Memory Songs

By James Cook

A personal journey into the music that shaped the 90s

Thursday, 8 December 2016

Do You Remember the First Time? #5. The Clash

Although Joe was the chief inspiration in the Clash, the tune that recalls the first summer in London is one of Mick Jones’, ‘Train In Vain’. It is the slightest of songs, bolstered only by handclaps, harmonica, a shiver of tape-echo delay, and a shaker that arrives towards the end, to add some jalapeno heat. It’s all about feel; Topper Headon’s drum introduction sits perfectly, is neither too fast nor too slow. The restless octave riff in A, achieved by stabbing, and ‘damping’ the strings, underscores the urgency of the lyric. The key line, at 19 going on 20, aswim in a strange new city -- giddy, insecure, afraid – was the one in verse three about having a job that didn’t pay, needing new clothes, a place to stay. There is a suggestion of the lament figure in the bassline too, developed later in the bridges: D – C sharp – B minor. It’s slight, but it’s there, lending the song the yearning it needs. But ultimately, it’s the eager appeal of Jones’s vocal that is compelling. He’s asking for solidarity, for someone to stand by him, for belief when no one else believes. A peculiarly male vulnerability snakes through the song, a nakedness, a hint of desperation even.

There was only one disappointment: no mention of a train.

I spent my days on trains. Rising early to the sound of Radio One, I’d descend to the Victoria Line, change at King’s Cross, emerge at Tottenham Court Road, note the soft, discouraged, bluish sky, and buy a Melody Maker at the newsstand. Then I’d pack the bag in Sleeves’ cramped office, and set off for the first drop. The Fire Station on Stoke Newington High Street usually; a gritty road, long before its Crouch End-ification. Then Liverpool Street, Goldhawk Road, Holborn Circus – taking cheques from office workers in chinos, the bag becoming gradually lighter. Then back on the train. Being underground for so long would play strange tricks with the eyesight. Coming up for air at Blackfriars station, emerging beside the Thames at water level, the sun would burst on the surface, blindingly.

Soon I could find my way around the tube system with my eyes shut, like a salmon swimming upstream. But it wasn’t wise to become too confident. Sometimes, taking a wrong turn, you could find yourself facing oncoming traffic, as it were. It was terrifying, the pleasure the mob took in crushing you. And the concomitant pleasure you took in defying them.

For a break I would drop in at Bestie’s, off Baker Street, run by a certain George Best. You could see him on the bar’s payphone at midday, toxic bloat hidden by a full beard, glass of pinot grigio in hand. A soft, smiling, bemused presence. It was around the time of the disastrous, drunken interview on Wogan. He was lost, but there remained an ineffable air of greatness about him, a bearing that bespoke past glories.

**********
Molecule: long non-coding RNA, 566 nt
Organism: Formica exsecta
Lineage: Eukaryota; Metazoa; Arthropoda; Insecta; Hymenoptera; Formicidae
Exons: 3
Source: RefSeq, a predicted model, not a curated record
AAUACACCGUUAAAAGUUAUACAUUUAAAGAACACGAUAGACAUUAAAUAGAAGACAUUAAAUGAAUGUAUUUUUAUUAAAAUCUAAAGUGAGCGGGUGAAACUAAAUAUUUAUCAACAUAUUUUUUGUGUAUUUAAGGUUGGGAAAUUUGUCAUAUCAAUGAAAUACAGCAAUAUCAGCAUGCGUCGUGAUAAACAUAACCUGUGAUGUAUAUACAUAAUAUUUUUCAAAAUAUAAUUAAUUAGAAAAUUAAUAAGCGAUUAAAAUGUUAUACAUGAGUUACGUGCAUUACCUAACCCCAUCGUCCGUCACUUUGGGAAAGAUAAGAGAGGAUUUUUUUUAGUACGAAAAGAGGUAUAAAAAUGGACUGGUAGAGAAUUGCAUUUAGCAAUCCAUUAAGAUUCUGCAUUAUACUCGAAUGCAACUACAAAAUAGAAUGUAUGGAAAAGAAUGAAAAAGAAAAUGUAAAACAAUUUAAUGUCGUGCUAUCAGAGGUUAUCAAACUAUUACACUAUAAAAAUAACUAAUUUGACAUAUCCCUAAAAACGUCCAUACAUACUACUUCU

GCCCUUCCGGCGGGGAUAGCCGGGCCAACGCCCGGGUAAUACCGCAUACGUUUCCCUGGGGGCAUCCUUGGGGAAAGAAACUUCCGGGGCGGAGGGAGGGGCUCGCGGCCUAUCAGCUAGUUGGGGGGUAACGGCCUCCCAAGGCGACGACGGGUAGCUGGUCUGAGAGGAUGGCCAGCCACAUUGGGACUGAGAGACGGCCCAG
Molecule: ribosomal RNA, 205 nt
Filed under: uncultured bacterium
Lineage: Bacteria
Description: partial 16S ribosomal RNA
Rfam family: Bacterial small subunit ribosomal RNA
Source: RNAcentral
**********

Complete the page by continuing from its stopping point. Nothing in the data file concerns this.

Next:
After this I’d kill an hour in John’s Café on Chalk Farm Road, an old Strummer haunt. It was opposite Rehearsal Rehearsals, where the Clash used to practice. Here I could read the Melody Maker, and string out a strong, sour tea.

London in 1988 still had a whiff of the 1970s. You could smoke on buses, and, until the year before, on the tube: the ban was only put in place after the 1987 King’s Cross fire. The IRA were still active. Pubs closed at two and opened again at six. Not much was open at all on a Sunday. No Tescos Metro at the end of the street (almost certainly still a pub). Earnest young men in holey jumpers and crumpled shirt collars sold Socialist Worker at tube exits. London in the late eighties was still quaintly politicized – a Citizen Smith-like idealism – before everyone gave up in the face of the global super-economy. 

After a small, provincial market town, the metropolis came as an overwhelming shock. Sometimes I wonder if it would be easier for a teenager today, used to surfing the web. In 1988, London was the internet, a rapid, bewildering succession of violent, erotic images, all of them transient and unsatisfying. And then the contrast when you returned to your bedsit, and it was switched off.

Everyday you met the world head on: litter, dog-shit, delays, confusion, overcrowding, graffiti, ever-present opportunities for violence. Sordid odours of sweat and stale urine on the tube. Entire carriages of commuters nodding out over their Evening Standards (‘Theatre-goers are getting used to stepping over bodies in the Strand . . .’), the first kids my age begging . . . 

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